Since I spend a large amount of my time testing out applications, taking screenshots, and doing web development, I’m constantly needing to resize windows to various sizes—so I’ve put together an AutoHotkey function that does it for me.
We’re going to assume that you’ve already downloaded and installed AutoHotkey, and you’ve got some type of idea how it all works. If you don’t, you might want to read through their tutorial.
Here’s a sample video that shows the script in action, so you can understand what we’re going to be creating today. The basic idea is that we’ll be resizing windows to specific dimensions, or only resizing by either width or height while leaving the other the same.
Create the AutoHotkey Script
You’ll want to start out by creating a blank AutoHotkey script and putting the following code into it. This is the function that we’ll use to resize windows with some hotkey definitions later on. You can, of course, put this function into your existing script as well.
ResizeWin(Width = 0,Height = 0)
If %Width% = 0
Width := W
If %Height% = 0
Height := H
The “A” in the script means that it will work on the active window—you could replace that with the title of a specific window if you wanted. You’ll notice the first line in the function grabs the current width/height and X/Y position, which is then used in the script in case width/height are not set, and to leave the current X/Y position on the screen in the same place.
Resize a Window to Specific Width / Height
This is perhaps the most useful function for web developers, who might want to resize a browser to specific dimensions to test out a page design. Sure, there’s loads of applications and browser plugins that do the same thing, but if you’re an AutoHotkey user all you need is a few extra lines of code to eliminate all that overhead.
To resize to a specific width and height, you’ll want to use the function like this:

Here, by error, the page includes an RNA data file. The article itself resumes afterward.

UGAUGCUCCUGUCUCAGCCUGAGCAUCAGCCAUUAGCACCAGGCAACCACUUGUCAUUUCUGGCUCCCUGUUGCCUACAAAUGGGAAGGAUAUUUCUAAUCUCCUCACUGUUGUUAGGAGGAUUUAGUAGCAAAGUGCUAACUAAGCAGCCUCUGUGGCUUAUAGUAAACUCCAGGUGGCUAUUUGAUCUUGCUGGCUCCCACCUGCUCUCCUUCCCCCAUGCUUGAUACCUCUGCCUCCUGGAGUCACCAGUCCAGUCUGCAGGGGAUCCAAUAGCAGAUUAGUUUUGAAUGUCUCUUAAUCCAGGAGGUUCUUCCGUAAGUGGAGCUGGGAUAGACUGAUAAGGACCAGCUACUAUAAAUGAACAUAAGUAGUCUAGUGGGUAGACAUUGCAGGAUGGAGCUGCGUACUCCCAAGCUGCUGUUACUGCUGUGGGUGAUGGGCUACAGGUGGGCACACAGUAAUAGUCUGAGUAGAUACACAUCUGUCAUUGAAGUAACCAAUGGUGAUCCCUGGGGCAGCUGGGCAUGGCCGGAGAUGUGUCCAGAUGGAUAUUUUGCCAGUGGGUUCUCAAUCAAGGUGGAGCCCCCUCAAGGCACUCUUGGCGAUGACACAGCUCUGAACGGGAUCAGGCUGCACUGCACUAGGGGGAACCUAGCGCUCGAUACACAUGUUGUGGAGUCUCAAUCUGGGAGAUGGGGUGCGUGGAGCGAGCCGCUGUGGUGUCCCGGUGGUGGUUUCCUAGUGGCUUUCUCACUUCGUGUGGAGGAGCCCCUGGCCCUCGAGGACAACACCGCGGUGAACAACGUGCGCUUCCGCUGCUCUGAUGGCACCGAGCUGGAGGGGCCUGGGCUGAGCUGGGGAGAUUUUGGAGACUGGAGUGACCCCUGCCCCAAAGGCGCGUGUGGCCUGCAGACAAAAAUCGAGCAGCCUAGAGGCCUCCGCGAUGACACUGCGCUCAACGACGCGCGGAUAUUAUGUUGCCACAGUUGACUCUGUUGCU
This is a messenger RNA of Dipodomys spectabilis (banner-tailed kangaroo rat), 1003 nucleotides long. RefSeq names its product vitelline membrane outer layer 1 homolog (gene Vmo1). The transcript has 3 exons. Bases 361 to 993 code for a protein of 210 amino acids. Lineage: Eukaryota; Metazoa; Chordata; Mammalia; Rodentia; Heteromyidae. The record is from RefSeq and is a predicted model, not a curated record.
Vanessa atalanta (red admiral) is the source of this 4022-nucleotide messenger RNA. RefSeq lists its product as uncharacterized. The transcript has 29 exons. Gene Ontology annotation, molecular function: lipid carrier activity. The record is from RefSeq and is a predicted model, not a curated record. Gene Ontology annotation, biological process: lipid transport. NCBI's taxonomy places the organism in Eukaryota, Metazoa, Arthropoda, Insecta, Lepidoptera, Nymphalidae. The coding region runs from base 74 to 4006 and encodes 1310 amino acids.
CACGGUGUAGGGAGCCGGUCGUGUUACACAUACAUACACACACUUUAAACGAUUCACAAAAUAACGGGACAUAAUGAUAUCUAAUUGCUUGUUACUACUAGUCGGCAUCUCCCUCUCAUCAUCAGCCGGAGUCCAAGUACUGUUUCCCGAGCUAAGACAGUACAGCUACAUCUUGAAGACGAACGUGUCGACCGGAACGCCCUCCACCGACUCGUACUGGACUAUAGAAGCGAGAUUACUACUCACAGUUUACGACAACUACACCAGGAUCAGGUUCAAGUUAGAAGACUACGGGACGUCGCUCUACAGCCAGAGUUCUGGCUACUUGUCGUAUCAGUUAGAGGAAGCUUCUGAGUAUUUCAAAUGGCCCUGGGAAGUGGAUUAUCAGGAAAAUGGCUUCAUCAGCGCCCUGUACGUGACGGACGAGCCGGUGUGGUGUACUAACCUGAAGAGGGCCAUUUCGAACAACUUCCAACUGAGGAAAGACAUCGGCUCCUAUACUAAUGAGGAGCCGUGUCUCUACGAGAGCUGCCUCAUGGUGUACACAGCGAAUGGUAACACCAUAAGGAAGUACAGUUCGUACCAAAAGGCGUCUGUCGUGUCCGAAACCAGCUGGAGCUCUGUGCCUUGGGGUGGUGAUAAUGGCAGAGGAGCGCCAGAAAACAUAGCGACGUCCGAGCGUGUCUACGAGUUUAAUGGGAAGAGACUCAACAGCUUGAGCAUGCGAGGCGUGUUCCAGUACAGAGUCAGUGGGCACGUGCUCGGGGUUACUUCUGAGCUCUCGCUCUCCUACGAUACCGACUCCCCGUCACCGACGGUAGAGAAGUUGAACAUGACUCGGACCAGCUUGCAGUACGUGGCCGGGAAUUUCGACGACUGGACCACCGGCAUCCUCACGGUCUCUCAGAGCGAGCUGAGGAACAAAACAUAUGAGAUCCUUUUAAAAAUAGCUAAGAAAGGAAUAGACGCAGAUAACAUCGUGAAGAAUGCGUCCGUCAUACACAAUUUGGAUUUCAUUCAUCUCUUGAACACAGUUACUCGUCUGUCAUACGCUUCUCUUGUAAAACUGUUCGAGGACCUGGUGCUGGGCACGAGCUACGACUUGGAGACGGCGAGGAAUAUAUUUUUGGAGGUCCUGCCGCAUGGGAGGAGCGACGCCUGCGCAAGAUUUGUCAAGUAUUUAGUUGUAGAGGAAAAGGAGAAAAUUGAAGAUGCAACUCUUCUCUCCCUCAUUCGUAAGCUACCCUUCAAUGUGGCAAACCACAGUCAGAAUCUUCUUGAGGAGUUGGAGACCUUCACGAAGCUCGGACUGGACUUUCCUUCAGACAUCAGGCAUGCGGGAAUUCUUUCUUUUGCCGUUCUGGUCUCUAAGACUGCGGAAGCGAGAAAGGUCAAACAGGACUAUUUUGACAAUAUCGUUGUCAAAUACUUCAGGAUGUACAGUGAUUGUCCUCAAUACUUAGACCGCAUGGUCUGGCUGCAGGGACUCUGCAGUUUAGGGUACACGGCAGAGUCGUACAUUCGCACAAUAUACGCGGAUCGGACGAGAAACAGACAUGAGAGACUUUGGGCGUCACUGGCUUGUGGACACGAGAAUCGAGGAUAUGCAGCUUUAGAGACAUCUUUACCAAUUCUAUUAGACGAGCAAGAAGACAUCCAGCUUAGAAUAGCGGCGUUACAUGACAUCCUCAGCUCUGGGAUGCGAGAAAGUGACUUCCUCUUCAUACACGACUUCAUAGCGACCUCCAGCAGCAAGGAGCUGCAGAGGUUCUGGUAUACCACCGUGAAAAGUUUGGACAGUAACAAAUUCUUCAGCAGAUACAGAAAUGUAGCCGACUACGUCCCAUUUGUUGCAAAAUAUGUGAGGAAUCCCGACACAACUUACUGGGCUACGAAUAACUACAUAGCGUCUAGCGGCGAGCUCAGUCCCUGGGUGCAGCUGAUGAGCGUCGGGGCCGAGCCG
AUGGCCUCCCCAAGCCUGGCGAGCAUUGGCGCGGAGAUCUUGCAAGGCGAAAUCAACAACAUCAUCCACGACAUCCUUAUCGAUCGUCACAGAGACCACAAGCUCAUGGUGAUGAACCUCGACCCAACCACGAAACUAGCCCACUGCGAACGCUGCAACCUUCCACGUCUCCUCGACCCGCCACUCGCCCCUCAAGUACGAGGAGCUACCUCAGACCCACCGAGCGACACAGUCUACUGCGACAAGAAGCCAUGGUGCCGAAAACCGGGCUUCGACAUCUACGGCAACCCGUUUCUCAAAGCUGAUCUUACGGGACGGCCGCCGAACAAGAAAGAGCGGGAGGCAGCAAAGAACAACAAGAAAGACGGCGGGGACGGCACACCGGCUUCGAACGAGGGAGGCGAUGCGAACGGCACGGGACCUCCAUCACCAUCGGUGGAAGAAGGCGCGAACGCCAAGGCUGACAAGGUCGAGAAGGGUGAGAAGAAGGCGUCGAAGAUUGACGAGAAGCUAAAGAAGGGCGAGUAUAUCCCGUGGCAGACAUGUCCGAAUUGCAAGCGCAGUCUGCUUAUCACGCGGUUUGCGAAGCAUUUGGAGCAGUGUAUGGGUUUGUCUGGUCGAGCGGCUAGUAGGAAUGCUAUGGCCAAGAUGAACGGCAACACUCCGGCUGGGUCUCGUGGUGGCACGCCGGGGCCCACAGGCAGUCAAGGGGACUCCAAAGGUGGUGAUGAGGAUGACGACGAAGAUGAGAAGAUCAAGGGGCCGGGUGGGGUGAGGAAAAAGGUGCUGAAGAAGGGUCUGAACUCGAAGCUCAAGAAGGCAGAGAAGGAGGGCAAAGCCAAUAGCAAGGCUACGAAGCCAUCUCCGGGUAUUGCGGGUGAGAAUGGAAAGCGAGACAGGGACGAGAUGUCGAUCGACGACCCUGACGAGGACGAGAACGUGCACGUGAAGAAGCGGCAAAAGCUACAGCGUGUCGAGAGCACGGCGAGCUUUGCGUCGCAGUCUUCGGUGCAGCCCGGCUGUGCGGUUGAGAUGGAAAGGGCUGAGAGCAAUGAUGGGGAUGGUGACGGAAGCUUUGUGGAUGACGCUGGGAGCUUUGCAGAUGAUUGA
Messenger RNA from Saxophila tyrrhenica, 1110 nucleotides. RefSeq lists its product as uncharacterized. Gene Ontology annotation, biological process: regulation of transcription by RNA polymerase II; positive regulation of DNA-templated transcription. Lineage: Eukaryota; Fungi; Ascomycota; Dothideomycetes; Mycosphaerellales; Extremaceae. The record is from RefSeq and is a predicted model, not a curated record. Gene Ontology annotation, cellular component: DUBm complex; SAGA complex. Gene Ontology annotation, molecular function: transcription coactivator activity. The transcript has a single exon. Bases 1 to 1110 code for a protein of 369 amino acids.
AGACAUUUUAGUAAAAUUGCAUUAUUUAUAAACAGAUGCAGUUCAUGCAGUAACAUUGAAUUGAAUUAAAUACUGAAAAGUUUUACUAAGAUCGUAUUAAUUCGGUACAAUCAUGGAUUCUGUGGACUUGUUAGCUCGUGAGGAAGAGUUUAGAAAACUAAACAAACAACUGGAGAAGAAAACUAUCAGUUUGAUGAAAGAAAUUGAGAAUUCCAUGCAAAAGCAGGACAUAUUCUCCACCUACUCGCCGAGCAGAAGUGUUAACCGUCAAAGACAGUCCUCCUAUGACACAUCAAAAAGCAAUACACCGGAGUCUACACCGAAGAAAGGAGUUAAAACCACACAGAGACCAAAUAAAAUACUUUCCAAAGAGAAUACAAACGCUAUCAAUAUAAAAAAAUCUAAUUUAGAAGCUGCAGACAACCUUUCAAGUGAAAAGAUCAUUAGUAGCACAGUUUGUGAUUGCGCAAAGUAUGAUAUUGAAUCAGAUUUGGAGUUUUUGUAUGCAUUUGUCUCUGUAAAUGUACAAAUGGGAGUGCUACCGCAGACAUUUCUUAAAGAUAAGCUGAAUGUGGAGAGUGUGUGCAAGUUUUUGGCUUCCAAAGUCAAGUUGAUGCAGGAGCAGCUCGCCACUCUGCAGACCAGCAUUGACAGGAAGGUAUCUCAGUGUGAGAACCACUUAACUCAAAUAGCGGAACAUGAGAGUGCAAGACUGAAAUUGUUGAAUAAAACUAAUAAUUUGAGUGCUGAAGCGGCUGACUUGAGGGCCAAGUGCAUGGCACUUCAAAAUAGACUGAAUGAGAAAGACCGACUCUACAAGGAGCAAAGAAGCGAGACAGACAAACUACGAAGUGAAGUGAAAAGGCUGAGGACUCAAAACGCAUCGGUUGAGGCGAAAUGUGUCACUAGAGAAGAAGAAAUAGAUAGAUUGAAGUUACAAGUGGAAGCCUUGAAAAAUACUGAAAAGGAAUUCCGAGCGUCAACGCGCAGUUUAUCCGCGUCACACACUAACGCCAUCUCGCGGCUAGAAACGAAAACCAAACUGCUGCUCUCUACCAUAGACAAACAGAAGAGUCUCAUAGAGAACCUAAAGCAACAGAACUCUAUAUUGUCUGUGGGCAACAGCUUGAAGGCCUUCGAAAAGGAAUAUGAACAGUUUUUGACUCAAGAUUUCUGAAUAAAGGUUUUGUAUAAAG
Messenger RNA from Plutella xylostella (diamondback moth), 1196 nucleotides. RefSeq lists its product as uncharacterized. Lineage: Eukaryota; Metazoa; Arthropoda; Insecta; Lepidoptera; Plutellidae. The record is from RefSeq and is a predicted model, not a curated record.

You can then assign it to a hotkey, in this case we’ll be using Win+Alt+U as the hotkey to resize the current active window to 800×600.
Resize a Window to a Specific Width
You can also leave off the height parameter when calling the function to only resize the window width but not the height. This is probably less useful, but I’ve found that it works out well when you have a very large screen and want to resize a number of windows to fit side-by-side on the screen.
For instance, this line would assign the Win+Alt+U hotkey to resize the window to 640 pixels wide and leave the height the same:
Resize a Window to a Specific Height
To resize a window to a specific height while leaving the width the same, just pass in 0 as the height parameter. For example, to resize the current window to 400 pixels tall when you press Win+Alt+U, you’d use this line:
It’s a useful function that you can drop into your AutoHotkey script—even if you don’t need it right now, it’s probably useful to save for later. We’ve also got a downloadable version of the script you can use here:
Download ResizeWindows AutoHotkey Script from howtogeek.com
- › Jam Outdoors With This Harman Portable Speaker, Now $199.99
- › The Meta Quest 2 Is Returning to Its Original Price
- › The Meta Quest 3 Will Have a 2x GPU Boost and a Price Hike
- › Clean Without Compromise and Save on the Roborock S7 Max Ultra
- › Dark Mode Is Coming to Windows Paint
- › Which Browser Offers the Best Privacy Protection?